Intel's next CEO: Manufacturing chief Brian Krzanich

The chipmaking giant also appoints the head of its software business, Renee James, as president.

Shara Tibken Former managing editor
Shara Tibken was a managing editor at CNET News, overseeing a team covering tech policy, EU tech, mobile and the digital divide. She previously covered mobile as a senior reporter at CNET and also wrote for Dow Jones Newswires and The Wall Street Journal. Shara is a native Midwesterner who still prefers "pop" over "soda."
Shara Tibken
2 min read

Brian Krzanich serves as Intel's executive vice president and chief operating officer. Intel
Intel has named Chief Operating Officer Brian Krzanich as its next CEO to succeed Paul Otellini as head of the chip giant in a couple weeks.

In addition, Intel appointed Renee James to the role of president. She previously served as the executive vice president overseeing Intel's software and services group.

Krzanich joined the Santa Clara, Calif., company in 1982 and has worked in many different technical areas since that time. He now runs the company's manufacturing operations and also oversees supply chain, human resources, and information technology operations following his appointment as chief operating officer in January of last year.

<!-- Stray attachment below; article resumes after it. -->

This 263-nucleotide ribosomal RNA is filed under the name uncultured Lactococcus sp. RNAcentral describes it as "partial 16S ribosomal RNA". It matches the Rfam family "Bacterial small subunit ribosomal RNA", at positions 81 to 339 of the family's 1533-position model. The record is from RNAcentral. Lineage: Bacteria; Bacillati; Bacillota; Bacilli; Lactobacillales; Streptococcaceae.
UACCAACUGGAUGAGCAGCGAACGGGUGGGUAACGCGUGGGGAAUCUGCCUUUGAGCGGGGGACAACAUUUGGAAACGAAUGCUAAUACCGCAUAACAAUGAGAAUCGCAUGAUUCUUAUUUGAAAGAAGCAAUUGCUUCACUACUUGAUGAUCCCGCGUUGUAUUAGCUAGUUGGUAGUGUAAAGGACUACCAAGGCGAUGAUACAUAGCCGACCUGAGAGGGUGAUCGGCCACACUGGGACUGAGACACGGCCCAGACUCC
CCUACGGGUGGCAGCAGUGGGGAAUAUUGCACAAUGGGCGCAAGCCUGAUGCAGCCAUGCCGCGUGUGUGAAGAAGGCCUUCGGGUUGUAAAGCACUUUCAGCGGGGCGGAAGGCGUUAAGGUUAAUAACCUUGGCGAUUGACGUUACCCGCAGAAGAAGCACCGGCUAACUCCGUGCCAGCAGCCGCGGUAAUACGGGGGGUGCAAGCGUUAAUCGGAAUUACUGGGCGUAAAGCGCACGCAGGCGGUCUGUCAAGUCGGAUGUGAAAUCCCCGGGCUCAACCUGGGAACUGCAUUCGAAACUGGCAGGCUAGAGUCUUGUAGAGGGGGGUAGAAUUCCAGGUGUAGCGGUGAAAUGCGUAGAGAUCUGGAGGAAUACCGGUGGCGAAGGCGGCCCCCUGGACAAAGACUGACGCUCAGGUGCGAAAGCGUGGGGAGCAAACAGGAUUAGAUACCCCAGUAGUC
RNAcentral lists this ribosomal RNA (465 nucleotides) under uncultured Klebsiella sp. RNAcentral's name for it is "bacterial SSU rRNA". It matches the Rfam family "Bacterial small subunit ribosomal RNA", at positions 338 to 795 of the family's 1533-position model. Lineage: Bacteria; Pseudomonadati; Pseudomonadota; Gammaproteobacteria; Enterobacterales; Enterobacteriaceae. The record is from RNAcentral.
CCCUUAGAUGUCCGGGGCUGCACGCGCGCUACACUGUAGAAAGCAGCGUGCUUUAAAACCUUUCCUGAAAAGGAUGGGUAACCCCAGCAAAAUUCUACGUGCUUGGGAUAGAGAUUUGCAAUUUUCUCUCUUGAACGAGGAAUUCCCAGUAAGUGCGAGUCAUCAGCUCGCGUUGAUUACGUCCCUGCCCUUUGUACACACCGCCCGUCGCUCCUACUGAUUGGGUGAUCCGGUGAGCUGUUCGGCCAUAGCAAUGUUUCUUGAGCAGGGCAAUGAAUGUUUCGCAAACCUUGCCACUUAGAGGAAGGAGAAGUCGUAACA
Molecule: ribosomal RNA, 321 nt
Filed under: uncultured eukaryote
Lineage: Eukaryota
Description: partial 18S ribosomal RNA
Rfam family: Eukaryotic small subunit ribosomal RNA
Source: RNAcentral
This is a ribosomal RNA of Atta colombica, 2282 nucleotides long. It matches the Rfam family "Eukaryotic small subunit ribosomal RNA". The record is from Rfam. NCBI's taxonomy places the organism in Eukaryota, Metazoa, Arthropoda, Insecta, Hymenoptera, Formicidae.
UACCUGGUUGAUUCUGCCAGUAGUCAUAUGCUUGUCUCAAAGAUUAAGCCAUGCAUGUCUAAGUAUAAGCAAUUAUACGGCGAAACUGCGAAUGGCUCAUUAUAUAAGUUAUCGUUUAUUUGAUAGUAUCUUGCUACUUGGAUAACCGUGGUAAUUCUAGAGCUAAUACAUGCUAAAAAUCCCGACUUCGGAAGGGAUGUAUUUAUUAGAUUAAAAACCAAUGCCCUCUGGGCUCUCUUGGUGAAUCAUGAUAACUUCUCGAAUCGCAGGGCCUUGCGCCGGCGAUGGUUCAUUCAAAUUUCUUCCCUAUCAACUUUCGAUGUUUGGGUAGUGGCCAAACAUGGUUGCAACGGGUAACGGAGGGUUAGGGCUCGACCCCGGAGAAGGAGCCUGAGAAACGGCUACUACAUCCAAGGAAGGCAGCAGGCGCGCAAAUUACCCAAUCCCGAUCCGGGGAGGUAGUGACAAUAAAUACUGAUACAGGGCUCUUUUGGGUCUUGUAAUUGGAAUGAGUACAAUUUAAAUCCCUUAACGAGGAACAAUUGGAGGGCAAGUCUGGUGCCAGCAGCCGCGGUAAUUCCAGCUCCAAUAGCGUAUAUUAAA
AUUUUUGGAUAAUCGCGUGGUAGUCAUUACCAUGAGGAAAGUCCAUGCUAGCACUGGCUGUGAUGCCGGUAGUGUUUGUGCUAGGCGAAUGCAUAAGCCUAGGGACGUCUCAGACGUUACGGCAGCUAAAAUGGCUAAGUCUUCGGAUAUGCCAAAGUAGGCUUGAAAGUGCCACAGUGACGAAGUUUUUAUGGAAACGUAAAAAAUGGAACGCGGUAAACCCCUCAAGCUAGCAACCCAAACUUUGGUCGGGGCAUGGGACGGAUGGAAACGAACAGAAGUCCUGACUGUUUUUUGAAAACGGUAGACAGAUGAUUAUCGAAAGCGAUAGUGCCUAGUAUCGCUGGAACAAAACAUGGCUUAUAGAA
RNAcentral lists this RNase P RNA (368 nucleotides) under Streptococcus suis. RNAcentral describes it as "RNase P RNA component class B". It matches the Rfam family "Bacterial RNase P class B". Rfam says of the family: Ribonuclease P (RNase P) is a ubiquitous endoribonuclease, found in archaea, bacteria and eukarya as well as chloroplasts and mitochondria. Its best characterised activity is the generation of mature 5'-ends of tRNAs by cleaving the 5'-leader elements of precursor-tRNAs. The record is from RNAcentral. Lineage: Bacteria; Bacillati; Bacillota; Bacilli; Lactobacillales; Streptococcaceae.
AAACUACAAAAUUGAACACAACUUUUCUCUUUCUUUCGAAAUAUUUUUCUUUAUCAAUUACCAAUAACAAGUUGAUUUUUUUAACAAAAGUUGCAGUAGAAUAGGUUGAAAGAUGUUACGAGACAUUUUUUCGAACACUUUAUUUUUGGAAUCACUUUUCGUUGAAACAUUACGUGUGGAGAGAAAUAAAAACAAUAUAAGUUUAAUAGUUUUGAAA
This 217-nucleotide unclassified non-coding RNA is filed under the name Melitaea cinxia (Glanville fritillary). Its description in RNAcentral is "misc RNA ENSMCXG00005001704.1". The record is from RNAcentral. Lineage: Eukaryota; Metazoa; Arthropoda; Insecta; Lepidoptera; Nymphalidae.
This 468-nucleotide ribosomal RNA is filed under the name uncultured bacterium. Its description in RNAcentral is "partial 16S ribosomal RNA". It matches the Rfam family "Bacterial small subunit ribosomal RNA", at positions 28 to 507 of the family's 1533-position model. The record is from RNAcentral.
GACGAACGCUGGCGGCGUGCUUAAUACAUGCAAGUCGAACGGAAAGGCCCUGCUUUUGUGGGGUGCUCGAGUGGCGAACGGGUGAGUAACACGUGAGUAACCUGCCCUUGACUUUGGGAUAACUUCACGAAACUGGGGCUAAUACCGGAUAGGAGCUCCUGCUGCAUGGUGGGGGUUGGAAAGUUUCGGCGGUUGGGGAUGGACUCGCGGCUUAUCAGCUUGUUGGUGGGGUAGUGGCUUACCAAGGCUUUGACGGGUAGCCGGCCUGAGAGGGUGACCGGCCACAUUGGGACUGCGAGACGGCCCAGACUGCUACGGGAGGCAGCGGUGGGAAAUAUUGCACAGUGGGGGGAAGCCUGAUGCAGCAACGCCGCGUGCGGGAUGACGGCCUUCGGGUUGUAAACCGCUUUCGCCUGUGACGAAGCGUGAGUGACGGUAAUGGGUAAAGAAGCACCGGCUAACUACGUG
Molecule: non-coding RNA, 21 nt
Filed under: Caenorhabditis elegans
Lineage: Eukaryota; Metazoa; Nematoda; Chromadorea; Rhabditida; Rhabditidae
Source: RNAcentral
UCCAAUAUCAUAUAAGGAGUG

"After a thorough and deliberate selection process, the board of directors is delighted that Krzanich will lead Intel as we define and invent the next generation of technology that will shape the future of computing," Intel Chairman Andy Bryant said in a press release.

Krzanich was largely viewed as a frontrunner in the CEO search. Intel typically names its CEO successor as chief operating officer first, and the last person to hold that role was Otellini. However, Otellini's plans to retire surprised the board and came before it was ready to name a new chief executive. It considered both internal and external candidates for several months before choosing Krzanich.

As Intel's manufacturing prowess becomes even more vital to the company's success, Krzanich's expertise in the area is sure to benefit the company. However, he's not expected to veer far from Intel's current strategy despite hopes by some investors that Intel pick an outsider to help chart a new course.

Check out CNET's earlier predictions on people considered for Intel's CEO role.

Updated at 7 a.m. PT with additional background.